The Collection (2012) – Marcus Dunstan


When we hear the word ‘sequel’ it instantly conjures up a certain feeling- like the one we get when we hear ‘remake’  or ‘Hitler’ but marginally less unpleasant. The reason for this is pretty simple. When a sequel is made, it’s generally something that was planned after the original film was written, filmed, released, and had some commercial success. So there are different motives for making a sequel than there are for making the original. And that basically boils down to “I want to tell a great story” vs. “I know an easy way to cash in on that story I told 2 years ago.” There’s nothing wrong with that-it’s the American Dream. But all too often, we see sequels just basically telling us the same story again. And to make up for the lack of originality, they crank up all the non-essentials, leading to a film that’s top-heavy. All sizzle, no steak, as they say.

Marcus Dunstan’s 2012, The Collection (follow-up to 2009’s The Collector) falls into this typical sequel trap. That’s not to say it was a bad movie (but it might be), I’m just saying it feels very sequel-y. In the first film, we had about 10 deaths, while this one has closer to 200. There’s an unexplained 2-3 minute dance party/techno music scene (think: the underground dance scene in the second Matrix movie) that contributes exactly nothing to the story. We get to see into the Collector’s lair, or his headquarters or whatever. It turns out to be an enormous hotel/mad science lab/elaborate Saw trap. Everything is so over the top like this, that it starts pulling you out of the realm of reality, in which we were firmly planted in the original.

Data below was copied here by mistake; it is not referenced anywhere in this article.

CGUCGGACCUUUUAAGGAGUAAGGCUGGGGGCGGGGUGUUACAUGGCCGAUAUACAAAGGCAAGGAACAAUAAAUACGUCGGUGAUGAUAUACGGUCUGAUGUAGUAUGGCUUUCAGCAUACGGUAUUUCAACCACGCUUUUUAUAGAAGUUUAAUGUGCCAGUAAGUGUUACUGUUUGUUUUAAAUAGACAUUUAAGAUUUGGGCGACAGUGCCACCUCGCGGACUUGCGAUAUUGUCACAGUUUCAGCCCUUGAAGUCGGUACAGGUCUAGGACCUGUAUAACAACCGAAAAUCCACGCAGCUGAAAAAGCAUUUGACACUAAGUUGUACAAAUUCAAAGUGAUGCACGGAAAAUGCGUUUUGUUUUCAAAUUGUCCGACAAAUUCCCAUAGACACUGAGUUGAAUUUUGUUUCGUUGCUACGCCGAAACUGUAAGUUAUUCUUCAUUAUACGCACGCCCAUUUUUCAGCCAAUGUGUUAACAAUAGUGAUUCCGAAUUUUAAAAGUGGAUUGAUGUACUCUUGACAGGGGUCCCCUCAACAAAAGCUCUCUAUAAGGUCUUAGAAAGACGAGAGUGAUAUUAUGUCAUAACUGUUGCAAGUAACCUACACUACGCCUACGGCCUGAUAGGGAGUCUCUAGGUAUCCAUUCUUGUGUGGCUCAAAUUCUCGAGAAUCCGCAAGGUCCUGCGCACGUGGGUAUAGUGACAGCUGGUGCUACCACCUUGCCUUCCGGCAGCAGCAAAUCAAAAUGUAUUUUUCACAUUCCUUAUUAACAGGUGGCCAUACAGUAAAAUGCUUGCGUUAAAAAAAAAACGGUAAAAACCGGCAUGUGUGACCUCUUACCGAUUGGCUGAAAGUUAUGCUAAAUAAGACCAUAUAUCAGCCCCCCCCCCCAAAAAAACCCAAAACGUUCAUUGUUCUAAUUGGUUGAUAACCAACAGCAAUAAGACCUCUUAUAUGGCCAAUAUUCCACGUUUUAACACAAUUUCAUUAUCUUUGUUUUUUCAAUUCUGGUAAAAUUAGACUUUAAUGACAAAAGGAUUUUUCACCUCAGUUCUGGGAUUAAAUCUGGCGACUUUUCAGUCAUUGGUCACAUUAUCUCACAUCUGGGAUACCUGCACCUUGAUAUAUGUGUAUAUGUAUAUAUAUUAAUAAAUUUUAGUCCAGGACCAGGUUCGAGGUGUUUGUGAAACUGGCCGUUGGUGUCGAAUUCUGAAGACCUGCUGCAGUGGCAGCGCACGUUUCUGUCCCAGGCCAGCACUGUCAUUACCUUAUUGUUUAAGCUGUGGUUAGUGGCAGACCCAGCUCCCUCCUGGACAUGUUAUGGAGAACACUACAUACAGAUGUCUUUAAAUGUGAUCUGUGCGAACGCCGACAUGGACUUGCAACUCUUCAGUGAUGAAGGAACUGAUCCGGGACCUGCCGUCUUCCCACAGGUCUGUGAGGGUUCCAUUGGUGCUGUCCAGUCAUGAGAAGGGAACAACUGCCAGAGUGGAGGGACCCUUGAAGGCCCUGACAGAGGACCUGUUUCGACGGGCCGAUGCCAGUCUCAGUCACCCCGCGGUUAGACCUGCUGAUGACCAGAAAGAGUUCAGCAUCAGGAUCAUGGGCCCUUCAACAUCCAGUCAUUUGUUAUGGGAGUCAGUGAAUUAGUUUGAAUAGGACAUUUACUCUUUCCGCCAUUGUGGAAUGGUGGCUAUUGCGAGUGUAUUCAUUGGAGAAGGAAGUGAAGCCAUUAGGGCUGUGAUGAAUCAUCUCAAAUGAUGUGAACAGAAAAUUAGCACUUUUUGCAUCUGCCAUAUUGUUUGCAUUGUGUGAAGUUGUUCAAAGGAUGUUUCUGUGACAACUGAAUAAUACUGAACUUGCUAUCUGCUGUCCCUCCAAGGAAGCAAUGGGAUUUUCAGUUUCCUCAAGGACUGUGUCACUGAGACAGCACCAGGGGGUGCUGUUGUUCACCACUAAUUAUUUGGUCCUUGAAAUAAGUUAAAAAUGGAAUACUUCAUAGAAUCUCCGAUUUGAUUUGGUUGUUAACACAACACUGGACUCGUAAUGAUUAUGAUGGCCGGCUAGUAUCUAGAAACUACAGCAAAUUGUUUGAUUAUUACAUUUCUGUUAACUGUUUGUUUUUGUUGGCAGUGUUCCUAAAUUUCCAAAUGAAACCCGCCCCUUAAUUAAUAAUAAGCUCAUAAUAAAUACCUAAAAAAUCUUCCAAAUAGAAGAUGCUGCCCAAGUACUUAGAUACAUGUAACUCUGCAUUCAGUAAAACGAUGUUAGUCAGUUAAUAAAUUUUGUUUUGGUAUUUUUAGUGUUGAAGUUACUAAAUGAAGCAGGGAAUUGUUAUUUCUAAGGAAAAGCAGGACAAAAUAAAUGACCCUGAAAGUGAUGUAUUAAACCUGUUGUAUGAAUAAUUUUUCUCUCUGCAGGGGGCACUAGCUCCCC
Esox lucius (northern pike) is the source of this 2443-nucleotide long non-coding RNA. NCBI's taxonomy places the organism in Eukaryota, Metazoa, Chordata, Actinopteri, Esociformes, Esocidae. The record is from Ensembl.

(Warning: Minor spoiler to the end of the original film)

The Collection picks up a short time after the first film ended. Arkin (our hero) is still trapped in the box. Though he’s been moved (ostensibly, to the Collector’s hideout and then) to a back room in a secret underground dance club. We hear news reports that this guy has been very busy slicing, dicing and kidnapping people. Our new co-main character, Elena, happens to this dance club. The collector has rigged up some industrial farming equipment with spinning blades (google “combine harvester”) to mass murder all the ecstasy-fueled dancers. Elena is the sole survivor, Arkin escapes and the Collector takes Elena back to his hideout.

Arkin, the only person who knows where the collector lives, teams up with some mercenaries, hired by Elena’s father, and they go to save her. At this point the movie turns into a gory/torturey survival horror movie much like Saw II. The badass mercenaries get picked off one by one as they stumble through the trap-infested maze that is the Collector’s lab. There are all sorts of human experiments and bodies everywhere. Razor wire and spring loaded traps in every room. Empty elevator shafts while piles of dismembered body parts and pools of blood. Drugged up experiment victims/zombies that attack the good guys…basically the most hostile environment imaginable. Everything is very predictable and you can probably guess the ending.